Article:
December 19, 2014

Ben Sheets a Future Dodger?

Ben Sheets

It’s actually not as much of a long shot as you might first think.  Here’s why:

1.) The free agent market for starting pitchers is pretty thin.

2.) Ned Colletti doesn’t like offering contracts longer than three years to anyone.

3.) Ned likes signing players that have something to prove and giving them an incentive-laden contract (Orlando Hudson).

Now the Dodgers, like many teams, also have a history of giving big money contracts to starting pitchers that flame-out in notorious fashion, leaving the team on the hook for tens of millions of dollars (Jason Schmidt – 10 wins over three years, Darren Dreifort).  I’m not saying that Ben Sheets is the next in this line, but all teams need to be cautious with his medical history.  That may play into the Dodgers’ thought process when considering premiere free agent starters like John Lackey.

From ESPN:

Agent Casey Close said that Sheets is doing “very well” in his rehab from flexor tendon surgery and plans to be 100 percent by the start of spring training. Close also anticipates no shortage of interest from clubs in the coming weeks.

“We have already heard from a number of teams inquiring about Ben’s health and availability for 2010,” Close said in an e-mail Friday to “I will tell you that he has a very good chance to be one of the most impactful free agents, without question.”

Now I’m a PR guy by trade, and that is classic agent-speak.  As Jerry Crasnick and his sources speculate in the article, I imagine Sheets will eventually sign late in the off-season when teams that don’t land some of the prominent free agents available come sniffing around, kicking the tires on Sheets and deciding how much of a gamble they’re willing to take on a rehabbing former All-Star.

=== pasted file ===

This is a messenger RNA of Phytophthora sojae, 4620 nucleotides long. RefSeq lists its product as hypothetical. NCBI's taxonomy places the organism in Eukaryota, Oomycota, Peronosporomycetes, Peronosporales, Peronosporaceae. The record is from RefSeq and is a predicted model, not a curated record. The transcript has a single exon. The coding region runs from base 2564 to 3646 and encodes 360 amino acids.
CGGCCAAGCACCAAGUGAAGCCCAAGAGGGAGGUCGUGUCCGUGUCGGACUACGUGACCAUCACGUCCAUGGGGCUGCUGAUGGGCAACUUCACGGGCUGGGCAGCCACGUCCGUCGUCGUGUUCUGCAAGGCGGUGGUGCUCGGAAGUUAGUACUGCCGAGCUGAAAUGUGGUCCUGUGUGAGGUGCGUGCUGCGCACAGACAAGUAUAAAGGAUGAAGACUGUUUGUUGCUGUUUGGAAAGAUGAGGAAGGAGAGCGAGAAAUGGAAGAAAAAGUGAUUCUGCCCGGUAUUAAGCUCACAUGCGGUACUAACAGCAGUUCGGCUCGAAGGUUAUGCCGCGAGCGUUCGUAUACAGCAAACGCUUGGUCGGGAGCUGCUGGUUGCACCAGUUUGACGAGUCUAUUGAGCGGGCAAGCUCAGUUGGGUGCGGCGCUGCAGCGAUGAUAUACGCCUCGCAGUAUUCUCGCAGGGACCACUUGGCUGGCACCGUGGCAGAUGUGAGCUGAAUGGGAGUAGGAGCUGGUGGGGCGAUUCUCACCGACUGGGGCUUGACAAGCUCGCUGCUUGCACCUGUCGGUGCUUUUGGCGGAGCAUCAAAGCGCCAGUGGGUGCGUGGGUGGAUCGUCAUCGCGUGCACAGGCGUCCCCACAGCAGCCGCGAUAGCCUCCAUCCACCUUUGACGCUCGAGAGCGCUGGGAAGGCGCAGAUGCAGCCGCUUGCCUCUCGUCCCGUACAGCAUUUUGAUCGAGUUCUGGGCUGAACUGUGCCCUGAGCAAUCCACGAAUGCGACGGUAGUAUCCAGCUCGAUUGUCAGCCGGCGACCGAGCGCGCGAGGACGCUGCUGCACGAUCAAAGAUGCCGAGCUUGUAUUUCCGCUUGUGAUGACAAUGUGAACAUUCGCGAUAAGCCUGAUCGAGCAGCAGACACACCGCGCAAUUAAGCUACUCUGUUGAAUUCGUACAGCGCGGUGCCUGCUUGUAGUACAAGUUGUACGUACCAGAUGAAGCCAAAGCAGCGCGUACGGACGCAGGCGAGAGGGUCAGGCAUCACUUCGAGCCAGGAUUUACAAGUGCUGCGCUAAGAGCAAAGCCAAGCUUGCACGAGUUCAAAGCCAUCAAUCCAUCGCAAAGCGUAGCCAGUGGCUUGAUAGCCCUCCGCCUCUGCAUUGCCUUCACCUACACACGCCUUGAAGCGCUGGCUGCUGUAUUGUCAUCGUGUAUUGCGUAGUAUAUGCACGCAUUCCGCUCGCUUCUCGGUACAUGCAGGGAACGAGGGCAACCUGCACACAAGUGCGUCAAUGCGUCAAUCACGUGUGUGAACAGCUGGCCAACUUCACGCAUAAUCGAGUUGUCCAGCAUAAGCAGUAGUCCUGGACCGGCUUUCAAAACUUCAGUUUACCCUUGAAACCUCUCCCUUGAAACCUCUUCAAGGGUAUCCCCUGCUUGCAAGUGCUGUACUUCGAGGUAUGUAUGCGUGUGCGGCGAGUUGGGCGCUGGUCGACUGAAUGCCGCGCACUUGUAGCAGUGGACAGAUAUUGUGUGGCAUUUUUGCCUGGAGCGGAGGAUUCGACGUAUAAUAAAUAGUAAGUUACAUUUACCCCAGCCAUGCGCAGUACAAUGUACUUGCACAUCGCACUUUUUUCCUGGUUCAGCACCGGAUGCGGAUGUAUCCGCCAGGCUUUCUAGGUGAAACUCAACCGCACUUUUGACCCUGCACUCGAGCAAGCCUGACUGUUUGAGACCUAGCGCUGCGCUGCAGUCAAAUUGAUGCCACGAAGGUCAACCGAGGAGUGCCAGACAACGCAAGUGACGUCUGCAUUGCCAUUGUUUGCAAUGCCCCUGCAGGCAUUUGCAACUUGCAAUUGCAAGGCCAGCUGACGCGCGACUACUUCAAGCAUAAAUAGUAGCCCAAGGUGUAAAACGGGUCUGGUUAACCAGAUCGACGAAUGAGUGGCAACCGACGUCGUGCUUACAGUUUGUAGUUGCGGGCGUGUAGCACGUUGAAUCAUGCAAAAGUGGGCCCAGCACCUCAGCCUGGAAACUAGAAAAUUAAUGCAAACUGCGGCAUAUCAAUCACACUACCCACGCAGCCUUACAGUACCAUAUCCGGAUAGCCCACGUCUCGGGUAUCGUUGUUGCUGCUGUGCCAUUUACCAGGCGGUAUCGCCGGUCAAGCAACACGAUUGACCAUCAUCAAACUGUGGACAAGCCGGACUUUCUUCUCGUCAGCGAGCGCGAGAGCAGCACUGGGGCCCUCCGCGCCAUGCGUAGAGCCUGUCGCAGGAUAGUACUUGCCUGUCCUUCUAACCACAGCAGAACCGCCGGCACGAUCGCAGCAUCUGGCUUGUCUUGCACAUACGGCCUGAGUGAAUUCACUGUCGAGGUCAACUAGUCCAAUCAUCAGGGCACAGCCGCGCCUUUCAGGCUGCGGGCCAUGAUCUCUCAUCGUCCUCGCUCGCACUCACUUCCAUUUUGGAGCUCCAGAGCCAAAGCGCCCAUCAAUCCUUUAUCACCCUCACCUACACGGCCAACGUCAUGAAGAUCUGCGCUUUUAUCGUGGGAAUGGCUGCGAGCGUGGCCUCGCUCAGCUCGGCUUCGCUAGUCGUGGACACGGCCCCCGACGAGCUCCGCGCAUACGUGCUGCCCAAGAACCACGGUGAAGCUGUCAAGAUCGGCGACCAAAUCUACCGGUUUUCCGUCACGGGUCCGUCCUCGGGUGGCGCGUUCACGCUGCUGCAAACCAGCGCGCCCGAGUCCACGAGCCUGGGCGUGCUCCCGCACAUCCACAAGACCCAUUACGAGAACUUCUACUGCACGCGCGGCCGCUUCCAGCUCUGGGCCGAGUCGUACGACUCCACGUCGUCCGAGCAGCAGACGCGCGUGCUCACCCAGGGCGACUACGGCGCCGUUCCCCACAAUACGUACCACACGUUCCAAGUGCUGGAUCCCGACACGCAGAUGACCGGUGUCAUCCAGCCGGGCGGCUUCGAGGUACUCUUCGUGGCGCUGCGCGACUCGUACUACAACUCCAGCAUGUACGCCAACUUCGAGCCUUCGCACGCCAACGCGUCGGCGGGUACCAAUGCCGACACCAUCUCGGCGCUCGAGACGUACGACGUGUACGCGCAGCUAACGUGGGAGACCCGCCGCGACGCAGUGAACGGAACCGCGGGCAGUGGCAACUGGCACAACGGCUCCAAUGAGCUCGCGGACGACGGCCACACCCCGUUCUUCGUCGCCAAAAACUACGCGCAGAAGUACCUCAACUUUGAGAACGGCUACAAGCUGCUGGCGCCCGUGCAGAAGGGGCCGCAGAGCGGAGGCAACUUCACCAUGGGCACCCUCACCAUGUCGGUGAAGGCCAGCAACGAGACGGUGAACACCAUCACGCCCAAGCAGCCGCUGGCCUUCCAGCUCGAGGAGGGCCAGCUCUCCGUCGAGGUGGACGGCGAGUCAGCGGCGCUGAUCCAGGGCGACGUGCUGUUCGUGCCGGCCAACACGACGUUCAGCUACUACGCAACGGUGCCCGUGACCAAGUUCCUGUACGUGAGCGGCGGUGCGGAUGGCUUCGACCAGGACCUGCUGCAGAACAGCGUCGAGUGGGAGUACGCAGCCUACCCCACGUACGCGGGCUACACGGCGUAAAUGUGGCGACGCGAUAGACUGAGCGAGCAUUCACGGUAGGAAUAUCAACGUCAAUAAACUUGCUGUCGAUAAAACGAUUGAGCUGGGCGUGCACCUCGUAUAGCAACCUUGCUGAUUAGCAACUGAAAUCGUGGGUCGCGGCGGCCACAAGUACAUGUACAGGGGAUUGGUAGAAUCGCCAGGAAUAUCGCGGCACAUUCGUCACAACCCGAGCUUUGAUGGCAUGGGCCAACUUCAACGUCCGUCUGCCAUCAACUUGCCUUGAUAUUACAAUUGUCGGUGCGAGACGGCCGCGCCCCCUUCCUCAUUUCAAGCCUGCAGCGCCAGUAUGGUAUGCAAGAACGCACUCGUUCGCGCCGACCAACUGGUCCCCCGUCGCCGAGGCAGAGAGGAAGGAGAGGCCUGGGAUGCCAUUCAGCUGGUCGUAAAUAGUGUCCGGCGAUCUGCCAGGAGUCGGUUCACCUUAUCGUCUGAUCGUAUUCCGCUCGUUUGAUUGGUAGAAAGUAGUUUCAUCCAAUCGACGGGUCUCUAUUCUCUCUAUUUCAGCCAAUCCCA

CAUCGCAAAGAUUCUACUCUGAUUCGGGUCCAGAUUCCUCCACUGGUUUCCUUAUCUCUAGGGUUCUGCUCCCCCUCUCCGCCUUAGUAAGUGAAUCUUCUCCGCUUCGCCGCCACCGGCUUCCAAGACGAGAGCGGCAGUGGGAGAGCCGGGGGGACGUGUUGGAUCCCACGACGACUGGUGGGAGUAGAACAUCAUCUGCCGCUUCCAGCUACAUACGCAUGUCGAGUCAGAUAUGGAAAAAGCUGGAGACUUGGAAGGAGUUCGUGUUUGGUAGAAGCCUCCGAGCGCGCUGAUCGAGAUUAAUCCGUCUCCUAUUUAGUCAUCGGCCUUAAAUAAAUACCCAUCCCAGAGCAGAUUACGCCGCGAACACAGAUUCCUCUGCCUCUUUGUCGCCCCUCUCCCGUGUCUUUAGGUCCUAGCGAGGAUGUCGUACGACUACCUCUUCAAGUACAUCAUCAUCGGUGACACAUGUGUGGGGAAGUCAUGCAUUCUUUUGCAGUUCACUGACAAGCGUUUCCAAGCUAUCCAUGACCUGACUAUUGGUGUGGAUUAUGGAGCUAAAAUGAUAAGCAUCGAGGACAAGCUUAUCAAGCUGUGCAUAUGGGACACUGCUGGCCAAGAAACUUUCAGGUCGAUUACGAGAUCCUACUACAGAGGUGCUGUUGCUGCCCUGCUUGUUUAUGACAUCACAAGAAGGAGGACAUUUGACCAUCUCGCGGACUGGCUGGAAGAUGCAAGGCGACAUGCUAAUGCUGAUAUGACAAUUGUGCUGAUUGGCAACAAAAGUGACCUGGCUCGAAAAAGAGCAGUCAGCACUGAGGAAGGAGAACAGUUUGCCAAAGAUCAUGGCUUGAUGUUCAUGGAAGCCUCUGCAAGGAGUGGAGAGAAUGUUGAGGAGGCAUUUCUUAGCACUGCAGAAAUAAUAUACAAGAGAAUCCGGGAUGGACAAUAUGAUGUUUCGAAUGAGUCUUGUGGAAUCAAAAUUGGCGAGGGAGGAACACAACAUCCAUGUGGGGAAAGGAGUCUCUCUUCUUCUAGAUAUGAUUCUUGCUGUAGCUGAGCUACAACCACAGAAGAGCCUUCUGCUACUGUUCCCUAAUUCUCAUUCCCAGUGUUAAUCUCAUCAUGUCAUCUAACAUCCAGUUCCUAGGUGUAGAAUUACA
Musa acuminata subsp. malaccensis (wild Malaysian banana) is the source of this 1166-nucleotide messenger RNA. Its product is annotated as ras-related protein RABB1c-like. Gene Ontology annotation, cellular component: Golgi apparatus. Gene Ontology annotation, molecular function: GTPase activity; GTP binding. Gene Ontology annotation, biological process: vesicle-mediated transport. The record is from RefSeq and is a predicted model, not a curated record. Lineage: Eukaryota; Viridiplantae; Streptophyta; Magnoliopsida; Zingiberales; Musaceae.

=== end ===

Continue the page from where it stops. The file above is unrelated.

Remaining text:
Given that Sheets’ injuries are known, I believe we’re looking at more of an Orlando Hudson contract situation, and think it’s totally plausible that he could end up a Dodger if he checks out medically and the deal is done late in the off-season.  Either way, it’s certainly going to be interesting!

Your Dodgers Home for Hot Stove League Action!

Well after a number of off-season vacations and a bout with a serious cough (which yours truly is still hanging on to), we’re back and ready to monitor and comment on all the the Hot Stove League activities and news surrounding your Los Angeles Dodgers.

A few weeks ago, Jon Weisman had a great post that summarizes some key considerations before emotionally responding to trade and free agent rumors in the months ahead, and it’s well worth taking the time to read.

And rather than go back and address old rumors, we’ll start fresh with the news of the day and our own thoughts on who would make the msot sense to add to the 2009-2010 roster, and at what price.  And of course, share your thoughts along the way!  Let’s make this a dialogue as we slowly make our way along the winding road to Spring Training.

Mark Loretta: Arcadia Little League Superstar

The Loretta Looper

Being a Dodger blogger, I obviously love to talk about the team and I really love to hear stories that speak to the character of Dodger players.  An old college friend of mine, Don, recently shared the following Little League anecdote about former Dodger (and NLDS hero) Mark Loretta with me, and he’s given me permission to post it here.